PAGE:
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— With the fate of the downtown baseball stadium hanging in the balance and many of the city's other construction projects and pay boosts threatened by recession-induced budget problems, proponents are seeking to influence the spending habits of the city council every way they can. On Tuesday of this week, the San Diego-Imperial Counties Labor Council, heavily influenced by construction unions, was set to throw a big fundraiser for Fifth District city councilman Brian Maienschein at the labor council offices on Camino del Rio South in Mission Valley. "We have been impressed with Brian's moderate approach -- he has shown that he can work with both labor and the business community supporting policies that bring us together towards common goals of creating a better San Diego," said an invitation letter sent by labor council secretary-treasurer Jerry Butkiewicz. City fundraising laws bar companies and unions from giving to candidates directly.

Tears of a clown Fired Union-Tribune cartoonist Steve Kelley let his hair down last week at a La Mesa gab session sponsored by an Ivy League alumni club, blaming his departure from the paper earlier this year on the professional jealousy and incompetence of his superiors. Kelley, a Dartmouth grad, described U-T editor Karin Winner, an alumnus of the University of Southern California, as "a product of the Peter Principle" who was in over her head, and he acknowledged that the paper's coverage of the downtown baseball stadium had been skewed in favor of the project. Kelley's final request for a 20-minute meeting with U-T publisher David Copley, whom Kelley said he had known and worked with for years, was summarily denied ... Actor Cliff Robertson has dispatched words of comfort to his neighbors in the "Barber Tract," a tony oceanfront La Jolla residential district where he and his wife, actress Dina Merrill, own the biggest house on the beach, and ex-mayor Maureen O'Connor has a place nearby. "You represent -- all of you -- the kind of friendship and fidelity so rare in so many neighborhoods today," says a letter to a neighborhood newsletter. "Alas, not like the days of old when my grandmother came to those La Jolla shores (1912), nor the days of my youth, but in spite of the country's moral slippery slope, you have managed to retain some of the charm, decency, and civility of the very old La Jolla." ... An air-traffic controller threatened to break into the cockpit of a Southwest airliner on an October 14 flight between San Diego and Sacramento, the Sacramento Bee reports. Forty-five-year-old Judy Carol Calegari, who had been in San Diego for her brother's funeral, reportedly told a flight attendant she wanted to die and knew how to get into the cockpit. Fellow passengers restrained her before the plane landed.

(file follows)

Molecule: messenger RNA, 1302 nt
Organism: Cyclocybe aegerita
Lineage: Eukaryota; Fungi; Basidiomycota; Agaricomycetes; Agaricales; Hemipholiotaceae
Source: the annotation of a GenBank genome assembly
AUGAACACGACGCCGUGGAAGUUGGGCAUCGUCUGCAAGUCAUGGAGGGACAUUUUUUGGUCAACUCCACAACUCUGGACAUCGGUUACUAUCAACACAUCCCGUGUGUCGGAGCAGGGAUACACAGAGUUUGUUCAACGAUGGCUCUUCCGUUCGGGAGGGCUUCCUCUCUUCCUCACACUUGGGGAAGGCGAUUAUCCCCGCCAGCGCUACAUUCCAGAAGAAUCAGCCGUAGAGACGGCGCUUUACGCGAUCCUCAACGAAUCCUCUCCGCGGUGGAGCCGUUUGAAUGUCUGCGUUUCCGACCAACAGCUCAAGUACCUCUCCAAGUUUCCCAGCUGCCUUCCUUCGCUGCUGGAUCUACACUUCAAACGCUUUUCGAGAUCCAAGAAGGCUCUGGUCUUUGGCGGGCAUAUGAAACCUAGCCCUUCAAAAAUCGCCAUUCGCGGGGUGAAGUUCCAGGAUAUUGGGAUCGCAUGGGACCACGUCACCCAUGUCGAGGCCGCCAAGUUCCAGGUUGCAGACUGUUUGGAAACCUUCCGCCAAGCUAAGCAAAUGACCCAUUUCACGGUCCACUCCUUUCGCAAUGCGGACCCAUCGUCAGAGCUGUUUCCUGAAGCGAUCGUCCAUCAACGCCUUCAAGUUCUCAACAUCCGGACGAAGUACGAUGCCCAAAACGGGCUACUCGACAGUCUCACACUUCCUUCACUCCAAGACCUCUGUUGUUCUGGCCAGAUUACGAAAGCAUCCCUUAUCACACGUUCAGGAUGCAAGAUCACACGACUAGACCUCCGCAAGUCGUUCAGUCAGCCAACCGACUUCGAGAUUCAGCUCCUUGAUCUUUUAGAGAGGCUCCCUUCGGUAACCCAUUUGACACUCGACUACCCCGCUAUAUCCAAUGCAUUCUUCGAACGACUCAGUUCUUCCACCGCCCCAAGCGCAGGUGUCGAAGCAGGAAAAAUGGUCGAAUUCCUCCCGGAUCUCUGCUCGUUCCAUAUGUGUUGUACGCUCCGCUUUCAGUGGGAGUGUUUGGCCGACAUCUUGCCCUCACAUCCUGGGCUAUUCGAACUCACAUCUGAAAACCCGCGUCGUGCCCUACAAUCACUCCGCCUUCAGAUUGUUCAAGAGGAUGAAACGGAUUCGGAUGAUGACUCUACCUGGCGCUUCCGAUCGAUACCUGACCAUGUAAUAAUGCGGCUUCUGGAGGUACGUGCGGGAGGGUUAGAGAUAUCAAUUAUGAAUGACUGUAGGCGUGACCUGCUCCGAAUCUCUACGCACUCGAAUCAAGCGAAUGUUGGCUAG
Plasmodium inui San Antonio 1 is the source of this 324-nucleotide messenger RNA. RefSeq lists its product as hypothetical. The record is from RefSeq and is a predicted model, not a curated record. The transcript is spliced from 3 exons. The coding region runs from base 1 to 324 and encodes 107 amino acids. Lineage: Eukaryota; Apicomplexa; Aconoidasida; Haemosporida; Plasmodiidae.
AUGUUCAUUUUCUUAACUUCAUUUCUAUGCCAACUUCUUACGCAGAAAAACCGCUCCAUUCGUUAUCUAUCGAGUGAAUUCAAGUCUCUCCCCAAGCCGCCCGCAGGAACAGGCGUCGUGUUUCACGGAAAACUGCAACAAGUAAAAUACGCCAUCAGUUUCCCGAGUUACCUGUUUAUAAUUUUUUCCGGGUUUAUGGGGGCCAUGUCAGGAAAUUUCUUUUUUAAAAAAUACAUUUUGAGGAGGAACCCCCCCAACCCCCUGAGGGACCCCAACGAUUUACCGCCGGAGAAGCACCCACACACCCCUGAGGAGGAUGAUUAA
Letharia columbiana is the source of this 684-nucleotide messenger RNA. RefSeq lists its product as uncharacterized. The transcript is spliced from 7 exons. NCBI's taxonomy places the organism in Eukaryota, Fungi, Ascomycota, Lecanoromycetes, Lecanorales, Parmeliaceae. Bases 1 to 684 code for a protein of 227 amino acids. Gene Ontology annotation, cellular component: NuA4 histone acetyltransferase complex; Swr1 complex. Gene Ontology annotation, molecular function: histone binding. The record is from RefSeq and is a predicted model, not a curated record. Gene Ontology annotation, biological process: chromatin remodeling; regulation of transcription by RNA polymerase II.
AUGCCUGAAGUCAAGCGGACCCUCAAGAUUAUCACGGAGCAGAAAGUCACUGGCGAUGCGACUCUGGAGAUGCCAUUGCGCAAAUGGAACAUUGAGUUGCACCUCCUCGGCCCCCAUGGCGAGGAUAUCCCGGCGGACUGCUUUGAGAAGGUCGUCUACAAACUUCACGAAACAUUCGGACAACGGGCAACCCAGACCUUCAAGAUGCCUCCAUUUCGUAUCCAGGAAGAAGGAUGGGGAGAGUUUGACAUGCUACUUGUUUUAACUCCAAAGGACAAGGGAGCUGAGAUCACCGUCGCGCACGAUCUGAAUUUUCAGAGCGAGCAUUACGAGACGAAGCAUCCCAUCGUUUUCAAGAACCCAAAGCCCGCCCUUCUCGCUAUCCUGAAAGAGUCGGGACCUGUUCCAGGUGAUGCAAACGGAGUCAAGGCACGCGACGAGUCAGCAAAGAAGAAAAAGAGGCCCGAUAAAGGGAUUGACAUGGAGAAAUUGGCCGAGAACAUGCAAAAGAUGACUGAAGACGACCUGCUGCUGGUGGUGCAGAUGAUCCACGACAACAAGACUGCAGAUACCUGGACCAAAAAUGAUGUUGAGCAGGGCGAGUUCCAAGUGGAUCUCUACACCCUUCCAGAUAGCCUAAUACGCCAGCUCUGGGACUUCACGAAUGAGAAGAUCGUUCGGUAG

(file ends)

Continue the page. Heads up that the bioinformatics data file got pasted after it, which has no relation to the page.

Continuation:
Love on the rocks In a case involving a prominent San Diego lesbian couple who had two sons using artificial insemination, a state appeals court has ruled 2-1 that so-called second-parent adoptions are not legal under California law, the San Francisco Chronicle reports. Annette Friskopp and Sharon Silverstein were students at Harvard Business School when they met in 1989. A year later they moved to San Diego, where Friskopp was a founding executive of Sorrento Valley's Boatracs, Inc., and Silverstein bore their children. The couple, who wrote Straight Jobs, Gay Lives (a book about gays in the executive suite), appeared on national TV, and their 1992 wedding photo in the San Diego Jewish Times was a controversial first for the paper. After the couple broke up last year, Silverstein attempted to invalidate Friskopp's adoption of the children. The appeals court ruled that there was no legal basis for the adoption in the first place. The decision threatens to overturn hundreds of similar second-parent adoptions, unless the state Supreme Court throws it out ... San Francisco multimillionaire Warren Hellman, father-in-law of UCSD chancellor Robert Dynes, threw a free bluegrass concert at Speedway meadow in Golden Gate Park last weekend, the San Francisco Chronicle reports. "I'm driving everybody crazy with this," Hellman told the paper. Big names there included Emmylou Harris, Alison Krauss, and Hazel Dickens.

Contributor: Matt Potter

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